Awe.sm founder Jonathan Strauss recalls the wrenching lead-up to his resignation.
The decision to hire outside management for your growing business is never easy. Investors and owners are flooded with questions: Is now the right time? How should founders behave? And most of all, How will I cope?
That's the topic of an honest and thoughtful post by Jonathan Strauss, who founded awe.sm. After devoting blood, sweat, and tears to his startup for four years, investors told him there needed to be a change at the top, or else he'd be forced sell. It was a painful wake-up call that forced him to recalibrate his mindset:
"I put hiring a CEO in the same category as taking an acqui-hire or just closing up shop and moving on--things I would think about at 4am in the office on those darkest nights when I’d have a bout of sobriety about the insanity I’d turned my life into. And ultimately, things that represented the one unacceptable option motivating me to push even further beyond my limits I’d long surpassed: failure.
"In the early days, the only way for me to keep awe.sm from failing was to tie my fate with the company’s. If awe.sm failed, I failed. But as we switched from lean startup to growth company, I didn’t fully realize how making my ego a shareholder went from being necessary for survival to being a limitation on what we could achieve."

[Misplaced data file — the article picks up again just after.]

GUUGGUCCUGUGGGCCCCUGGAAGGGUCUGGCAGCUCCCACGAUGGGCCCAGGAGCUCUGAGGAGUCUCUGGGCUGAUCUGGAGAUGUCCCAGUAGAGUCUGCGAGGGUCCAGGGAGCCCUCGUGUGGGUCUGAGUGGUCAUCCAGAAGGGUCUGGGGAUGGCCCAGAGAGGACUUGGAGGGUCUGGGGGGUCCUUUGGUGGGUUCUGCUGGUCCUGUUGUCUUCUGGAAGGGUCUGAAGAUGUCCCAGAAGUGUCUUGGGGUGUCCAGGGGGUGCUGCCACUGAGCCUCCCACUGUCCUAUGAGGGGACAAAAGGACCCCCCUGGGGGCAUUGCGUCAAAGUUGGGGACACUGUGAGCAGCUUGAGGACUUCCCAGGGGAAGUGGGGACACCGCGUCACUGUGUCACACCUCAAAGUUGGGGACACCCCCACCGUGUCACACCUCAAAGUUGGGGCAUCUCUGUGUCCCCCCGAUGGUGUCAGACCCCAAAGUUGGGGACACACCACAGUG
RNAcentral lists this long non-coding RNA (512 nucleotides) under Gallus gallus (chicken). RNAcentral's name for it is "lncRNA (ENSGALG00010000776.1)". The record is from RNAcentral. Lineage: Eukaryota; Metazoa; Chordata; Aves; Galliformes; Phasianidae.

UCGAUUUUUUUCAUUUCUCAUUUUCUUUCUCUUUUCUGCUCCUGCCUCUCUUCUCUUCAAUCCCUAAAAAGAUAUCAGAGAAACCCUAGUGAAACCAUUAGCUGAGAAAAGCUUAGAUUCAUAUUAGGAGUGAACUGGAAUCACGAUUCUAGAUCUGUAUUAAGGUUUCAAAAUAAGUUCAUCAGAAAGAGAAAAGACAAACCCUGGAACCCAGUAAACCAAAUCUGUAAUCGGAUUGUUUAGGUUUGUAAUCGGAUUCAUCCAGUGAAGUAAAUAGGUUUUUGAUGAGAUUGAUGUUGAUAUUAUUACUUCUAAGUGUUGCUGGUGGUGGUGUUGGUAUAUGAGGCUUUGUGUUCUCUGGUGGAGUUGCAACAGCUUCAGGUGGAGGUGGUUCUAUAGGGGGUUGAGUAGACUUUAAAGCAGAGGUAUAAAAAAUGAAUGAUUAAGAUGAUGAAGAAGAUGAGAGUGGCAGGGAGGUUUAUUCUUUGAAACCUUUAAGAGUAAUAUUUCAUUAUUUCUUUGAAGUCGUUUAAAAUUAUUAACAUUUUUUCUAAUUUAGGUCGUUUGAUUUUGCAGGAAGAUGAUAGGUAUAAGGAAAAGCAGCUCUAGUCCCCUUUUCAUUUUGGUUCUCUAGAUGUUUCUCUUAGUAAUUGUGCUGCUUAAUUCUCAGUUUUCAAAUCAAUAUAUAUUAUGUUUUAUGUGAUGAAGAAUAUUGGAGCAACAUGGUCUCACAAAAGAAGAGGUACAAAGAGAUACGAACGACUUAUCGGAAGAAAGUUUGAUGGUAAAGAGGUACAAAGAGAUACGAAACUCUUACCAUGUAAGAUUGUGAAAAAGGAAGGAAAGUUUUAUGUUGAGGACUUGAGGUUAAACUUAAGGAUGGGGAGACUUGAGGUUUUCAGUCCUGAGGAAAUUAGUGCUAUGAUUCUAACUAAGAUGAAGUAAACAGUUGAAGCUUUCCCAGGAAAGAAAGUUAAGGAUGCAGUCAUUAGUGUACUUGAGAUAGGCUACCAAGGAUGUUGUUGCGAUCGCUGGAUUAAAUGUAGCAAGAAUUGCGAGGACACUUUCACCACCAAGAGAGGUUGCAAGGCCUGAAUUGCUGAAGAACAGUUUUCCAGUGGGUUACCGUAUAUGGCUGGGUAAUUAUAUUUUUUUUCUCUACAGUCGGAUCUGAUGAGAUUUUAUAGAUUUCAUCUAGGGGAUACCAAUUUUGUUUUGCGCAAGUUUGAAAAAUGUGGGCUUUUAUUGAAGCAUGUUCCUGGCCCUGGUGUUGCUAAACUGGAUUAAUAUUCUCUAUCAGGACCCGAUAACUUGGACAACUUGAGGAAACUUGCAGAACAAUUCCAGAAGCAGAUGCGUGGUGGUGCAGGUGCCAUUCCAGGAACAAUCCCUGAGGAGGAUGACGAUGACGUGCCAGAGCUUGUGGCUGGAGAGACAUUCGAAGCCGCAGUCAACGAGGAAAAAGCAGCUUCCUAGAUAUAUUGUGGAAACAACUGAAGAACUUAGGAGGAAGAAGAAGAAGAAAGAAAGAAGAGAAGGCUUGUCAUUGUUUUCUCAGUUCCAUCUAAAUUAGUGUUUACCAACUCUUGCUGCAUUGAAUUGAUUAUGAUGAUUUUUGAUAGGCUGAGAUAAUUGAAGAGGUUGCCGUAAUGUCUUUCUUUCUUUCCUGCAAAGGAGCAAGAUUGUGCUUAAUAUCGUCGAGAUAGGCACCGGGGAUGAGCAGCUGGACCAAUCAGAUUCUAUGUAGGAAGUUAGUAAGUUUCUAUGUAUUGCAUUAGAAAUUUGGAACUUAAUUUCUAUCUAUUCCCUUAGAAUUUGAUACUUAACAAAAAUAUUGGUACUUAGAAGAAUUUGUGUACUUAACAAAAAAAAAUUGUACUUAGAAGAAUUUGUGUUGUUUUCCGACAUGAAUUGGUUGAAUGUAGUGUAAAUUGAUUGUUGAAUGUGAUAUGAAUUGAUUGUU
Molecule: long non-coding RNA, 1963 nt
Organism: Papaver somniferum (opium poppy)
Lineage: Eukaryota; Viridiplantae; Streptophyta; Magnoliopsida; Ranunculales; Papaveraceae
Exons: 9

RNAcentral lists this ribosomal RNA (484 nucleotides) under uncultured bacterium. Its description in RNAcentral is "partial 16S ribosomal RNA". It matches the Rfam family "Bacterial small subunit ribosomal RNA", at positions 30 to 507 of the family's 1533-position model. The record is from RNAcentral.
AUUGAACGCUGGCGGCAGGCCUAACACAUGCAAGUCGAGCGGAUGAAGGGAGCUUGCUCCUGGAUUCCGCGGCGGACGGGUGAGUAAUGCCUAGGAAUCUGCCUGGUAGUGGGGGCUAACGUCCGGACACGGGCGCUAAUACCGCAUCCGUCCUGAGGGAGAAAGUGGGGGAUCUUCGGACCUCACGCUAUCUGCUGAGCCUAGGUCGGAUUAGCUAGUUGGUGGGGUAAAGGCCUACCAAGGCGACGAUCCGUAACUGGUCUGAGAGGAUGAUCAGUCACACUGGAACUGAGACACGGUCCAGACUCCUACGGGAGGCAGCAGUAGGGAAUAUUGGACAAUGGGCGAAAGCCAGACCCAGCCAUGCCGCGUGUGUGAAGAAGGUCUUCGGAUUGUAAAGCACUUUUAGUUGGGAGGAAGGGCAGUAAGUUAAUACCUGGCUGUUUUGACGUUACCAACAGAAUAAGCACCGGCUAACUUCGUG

Giving up control would be painful, but his emotions were much more complex.
"After three and a half years of fusing my self-worth with the success of the company in the crucible of startup survival, it was impossible to tear them apart without pain. But while my first reaction was disappointment and failure, it was almost immediately washed away by a wave of relief. I knew change was inevitable, but I had no idea how stressful and exhausting maintaining my internal reality distortion field had been until they gave me permission to turn it off."
Strauss details the pros and cons of selling his company versus hiring a new CEO. He doesn't shy away from admitting his mixed feelings--or the fears that kept him up at night.
If you're facing a similar decision or just up for an unvarnished view on one of the toughest decisions a founder can make, the post is well worth a read.
JESSICA STILLMAN is a freelance writer based in London with interests in unconventional career paths, generational differences, and the future of work. She has blogged for CBS MoneyWatch, GigaOM, and Brazen Careerist. @EntryLevelRebel